The FSSAI has notified the Food Safety and Standards (Health Supplements, Nutraceuticals, Food for Special Dietary Use, Food for Special Medical Purpose, Functional Food and Novel Food) Regulations, 2016 in the Official Gazette on 23 December 2016. These regulations will come into force on their publication in the Gazette of India. However, the FSSAI has stipulated that Food Business Operators will need to comply with these regulations from 1 January 2018.
The regulations cover eight categories of foods and carry detailed requirements about their composition, claims, labels etc. These foods are
- Health Supplements
- Foods for Special Dietary Use
- Food for Special Medical Purpose
- Speciality Food containing plants or botanicals
- Foods containing Probiotics
- Foods containing Prebiotics
- Novel Foods
This category of foods may be manufactured and sold in the form of tablets, capsules and syrups and must fulfil quality requirements and standards as specified in the Indian Pharmacopoeia, British Pharmacopoeia or United States Pharmacopoeia.
The formulation of articles of food shall be based on the principles of sound medicine or nutrition and supported by validated scientific data, wherever required. A mere combination of vitamins and minerals formulated into tablets, capsules or syrup is not food unless vitamins and minerals are added to an article of food based on a food format.
The foods are not permitted to contain hormones, steroids or psychotropic ingredients
The quantity of nutrients added to the articles of food shall not exceed the recommended daily allowance (RDA) as specified by the Indian Council of Medical Research. If such standards are not specified, then the standards in the Codex Alimentarius Commission will apply.
The FBOs may use approved colours and additives as permitted in Schedule VF of these regulations, natural, nature identical or synthetic flavours as permitted in the Food Safety and Standards (Food Product Standards and Food Additives) Regulations, 2011.
Specific labelling requirements
The labelling on the article of food shall be in accordance with the Food Safety and Standards (Packaging and Labelling) Regulations, 2011 and other specific labelling requirements mentioned in each type of food in the regulation which are that the labels must also
- specify the purpose of the foods
- target consumer group
- physiological or disease conditions which they address
- recommended duration of use
- specific labelling requirements as mentioned against each type of article of food
The label, accompanying leaflet or other labelling and advertisement of each type of article of food in these regulations must provide sufficient information on the nature and purpose of the article of food and detailed instructions and precautions for its use and in a format that is appropriate for the intended consumer.
An article of food which has not been particularly modified in any way but is suitable for use in a particular dietary regimen because of its natural composition, shall not be designated as ‘health supplement’ or ‘special dietary’ or ‘special dietetic’ or by any other equivalent term, and such food may bear a statement on the label that ‘this food is by its nature X’ where ‘X’ refers to the essential distinguishing characteristic as demonstrated by the generally accepted scientific data. The statement must not however, mislead the consumer.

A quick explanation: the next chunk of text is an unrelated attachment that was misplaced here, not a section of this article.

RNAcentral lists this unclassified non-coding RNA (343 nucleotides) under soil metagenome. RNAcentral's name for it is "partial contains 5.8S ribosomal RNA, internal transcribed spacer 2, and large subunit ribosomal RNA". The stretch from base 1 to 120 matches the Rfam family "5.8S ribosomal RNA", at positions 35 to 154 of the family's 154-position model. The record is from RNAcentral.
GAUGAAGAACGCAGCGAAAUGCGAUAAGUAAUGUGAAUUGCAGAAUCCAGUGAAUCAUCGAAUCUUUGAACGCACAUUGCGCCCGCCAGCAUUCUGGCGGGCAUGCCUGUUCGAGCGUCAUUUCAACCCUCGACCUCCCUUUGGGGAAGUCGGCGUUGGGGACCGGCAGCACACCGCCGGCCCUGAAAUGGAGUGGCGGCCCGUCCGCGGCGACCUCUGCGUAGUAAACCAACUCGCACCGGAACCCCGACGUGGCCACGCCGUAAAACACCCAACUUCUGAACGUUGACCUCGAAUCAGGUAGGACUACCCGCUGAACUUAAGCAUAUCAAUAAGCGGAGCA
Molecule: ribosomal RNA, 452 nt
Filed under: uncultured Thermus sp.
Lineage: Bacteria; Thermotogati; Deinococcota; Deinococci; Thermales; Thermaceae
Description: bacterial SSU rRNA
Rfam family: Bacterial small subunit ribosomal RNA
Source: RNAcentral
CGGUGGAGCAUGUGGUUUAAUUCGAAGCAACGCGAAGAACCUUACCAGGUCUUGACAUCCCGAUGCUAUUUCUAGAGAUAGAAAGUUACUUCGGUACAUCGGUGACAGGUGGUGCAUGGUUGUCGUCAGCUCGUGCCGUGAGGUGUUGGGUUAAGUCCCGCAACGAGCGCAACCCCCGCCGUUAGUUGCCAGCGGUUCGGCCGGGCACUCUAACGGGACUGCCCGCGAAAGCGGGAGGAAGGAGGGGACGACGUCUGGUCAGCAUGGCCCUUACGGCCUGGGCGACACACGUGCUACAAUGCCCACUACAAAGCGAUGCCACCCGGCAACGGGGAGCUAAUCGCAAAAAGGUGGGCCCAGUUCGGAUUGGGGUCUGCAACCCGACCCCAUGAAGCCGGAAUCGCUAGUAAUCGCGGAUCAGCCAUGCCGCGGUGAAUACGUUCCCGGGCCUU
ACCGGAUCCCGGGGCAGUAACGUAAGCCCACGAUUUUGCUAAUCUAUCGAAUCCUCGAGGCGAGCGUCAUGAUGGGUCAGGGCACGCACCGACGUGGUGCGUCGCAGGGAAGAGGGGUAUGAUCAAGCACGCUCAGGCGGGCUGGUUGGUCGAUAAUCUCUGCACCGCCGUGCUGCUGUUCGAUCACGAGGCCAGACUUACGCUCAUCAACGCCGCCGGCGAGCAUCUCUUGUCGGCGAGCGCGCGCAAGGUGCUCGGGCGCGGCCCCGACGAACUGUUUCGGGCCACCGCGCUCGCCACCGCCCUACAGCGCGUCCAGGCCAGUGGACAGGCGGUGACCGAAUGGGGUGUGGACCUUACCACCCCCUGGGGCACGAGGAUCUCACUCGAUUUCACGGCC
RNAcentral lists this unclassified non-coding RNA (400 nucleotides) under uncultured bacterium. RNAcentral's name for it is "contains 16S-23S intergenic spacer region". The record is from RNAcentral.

The regulations have been divided into Schedules. The Schedules contain the detailed provisions for the use of vitamins, minerals, amino acids, botanical ingredients, nutraceutical ingredients, food additives, probiotics and prebiotics. One of the schedules has a list of 400 ingredients of plant or botanical origin which can be used as ingredients in the foods that have been covered in these regulations. Any of the ingredients specified in Schedule I, Schedule II, Schedule III, Schedule IV, Schedule VI, Schedule VII, and Schedule VIII may be used in these foods in accordance with the provisions of these regulations, and for the said purpose, may use additives as applicable to categories specified in Schedule VA to Schedule VF.
Nutritional or Health Claims
FBOs may make health or nutritional claim and nutritional claims of ingredients as specified in Schedule I Schedule II, Schedule III, Schedule IV, and Schedule VI. The health claim must be based on
- nutrient or nutritional ingredients
- health related benefits
The health claims on the foods may include the following
- ingredients or nutrient or nutritional function
- enhanced function
- disease risk reduction
- health maintenance claims
- immunity or increased resistance
All health claims must be validated through adequate documentation and on the basis of human studies. If other claims are made they will require the approval of the Food Authority. The FSSAI has also prohibited the use of implied claims for curing diseases or efficacy claims like cure for cancer or prevention of diseases either by name or through pictures, vignettes or symbols, namely, electrocardiogram tracing, and lipid profile.
Restriction on sale or suspension
The FSSAI has also made provision for suspension or restriction of sale of such articles of food as have been placed in the market that
- are not clearly distinguishable from articles of food for normal consumption
- are not suitable for their claimed nutritional purpose
- may endanger human health
The FBO could be asked to furnish details regarding the history of use of the novel or modified ingredients added and their safety evaluation.
The notification of the nutraceutical regulation, as it is called in short, will help FBOs to manufacture, sell and import these products in the domestic market keeping food safety in mind. It will also allow the regulatory body to monitor such products with more efficacy especially as there is a huge demand for them among consumers.